Farm flourishes on Alaska tundra 

By Craig Medred | The Alaska Dispatch: BETHEL, Alaska — The red barn on the barren, windswept plain along the Kuskokwim River outside of this village-cum-regional-hub in far Western Alaska is more than a touchstone for some foolish pioneer yearning for a homeland far away. Tim Meyers doesn’t much miss Wisconsin.

He left there a long, long time ago, and he has never harbored any desire to go back. Alaska is in his blood. He likes the freedom of the frontier where a man can pursue just about any crazy idea that comes into his head because there aren’t a lot of people around to tell him he can’t.

And farming the tundra is a crazy idea. Everyone knows that. Alaska is a cold, dark place.

Arguably the biggest public boondoggle in state history centered around farming. The late Gov. Jay Hammond — a Republican, an environmentalist, and in some ways a man before his time — envisioned a sustainable agriculture industry in the Far North, exporting Alaska barley to the world and supplying the state with milk from the backyard of a then 14-year-old future basketball player from Wasilla named Sarah Palin. The idea didn’t work.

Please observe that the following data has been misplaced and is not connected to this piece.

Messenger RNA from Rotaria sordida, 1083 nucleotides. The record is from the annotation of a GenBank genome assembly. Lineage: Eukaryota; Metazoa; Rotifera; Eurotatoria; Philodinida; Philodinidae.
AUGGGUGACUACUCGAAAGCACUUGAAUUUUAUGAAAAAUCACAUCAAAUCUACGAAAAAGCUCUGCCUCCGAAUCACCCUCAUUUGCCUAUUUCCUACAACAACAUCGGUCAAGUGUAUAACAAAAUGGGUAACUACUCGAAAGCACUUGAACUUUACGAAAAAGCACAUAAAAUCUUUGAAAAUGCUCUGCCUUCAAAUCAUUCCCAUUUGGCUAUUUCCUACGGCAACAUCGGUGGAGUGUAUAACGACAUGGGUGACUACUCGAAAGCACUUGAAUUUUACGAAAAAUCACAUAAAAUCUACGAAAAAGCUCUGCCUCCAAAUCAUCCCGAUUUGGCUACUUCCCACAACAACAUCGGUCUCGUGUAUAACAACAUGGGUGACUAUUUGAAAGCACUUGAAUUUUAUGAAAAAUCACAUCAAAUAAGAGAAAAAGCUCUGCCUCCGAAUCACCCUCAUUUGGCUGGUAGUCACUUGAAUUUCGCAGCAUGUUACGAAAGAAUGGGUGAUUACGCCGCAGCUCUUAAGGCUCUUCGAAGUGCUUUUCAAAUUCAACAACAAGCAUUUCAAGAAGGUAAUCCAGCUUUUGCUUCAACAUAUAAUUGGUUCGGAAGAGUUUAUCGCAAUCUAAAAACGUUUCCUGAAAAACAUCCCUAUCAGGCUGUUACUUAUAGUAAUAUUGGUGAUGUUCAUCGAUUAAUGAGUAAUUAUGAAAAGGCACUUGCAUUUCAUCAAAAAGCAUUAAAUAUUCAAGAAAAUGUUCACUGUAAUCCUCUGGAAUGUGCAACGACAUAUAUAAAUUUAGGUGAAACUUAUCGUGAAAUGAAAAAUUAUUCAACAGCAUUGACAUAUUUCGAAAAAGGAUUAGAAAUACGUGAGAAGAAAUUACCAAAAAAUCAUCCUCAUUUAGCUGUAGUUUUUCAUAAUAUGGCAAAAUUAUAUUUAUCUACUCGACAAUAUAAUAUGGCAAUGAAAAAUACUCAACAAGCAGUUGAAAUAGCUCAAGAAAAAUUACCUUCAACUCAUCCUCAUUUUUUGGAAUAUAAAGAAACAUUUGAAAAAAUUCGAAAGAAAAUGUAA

“The Alaskan farm project, a curious hybrid of Soviet-style agriculture and traditional American romance with the land, would be the stuff of black comedy were there not so many families stuck with a lifetime of debt,” The New York Times reported in 1992 as the project finally went under.

One of Alaska’s earliest ventures into state capitalism, the project was a $120 million loser. Agriculture in Alaska was left with a black eye.

“You want to know how to lose money in a hurry?” Harvey Baskin told Times reporter Timothy Egan two decades ago. “Become a farmer with the state of Alaska as your partner. This is what you call negative farming.”

Meyers is not partnered with the state. In the wake of a history of bad investments, the state has become too smart. Who in their right mind would want to partner with someone who thinks he can farm the friggin’ tundra?

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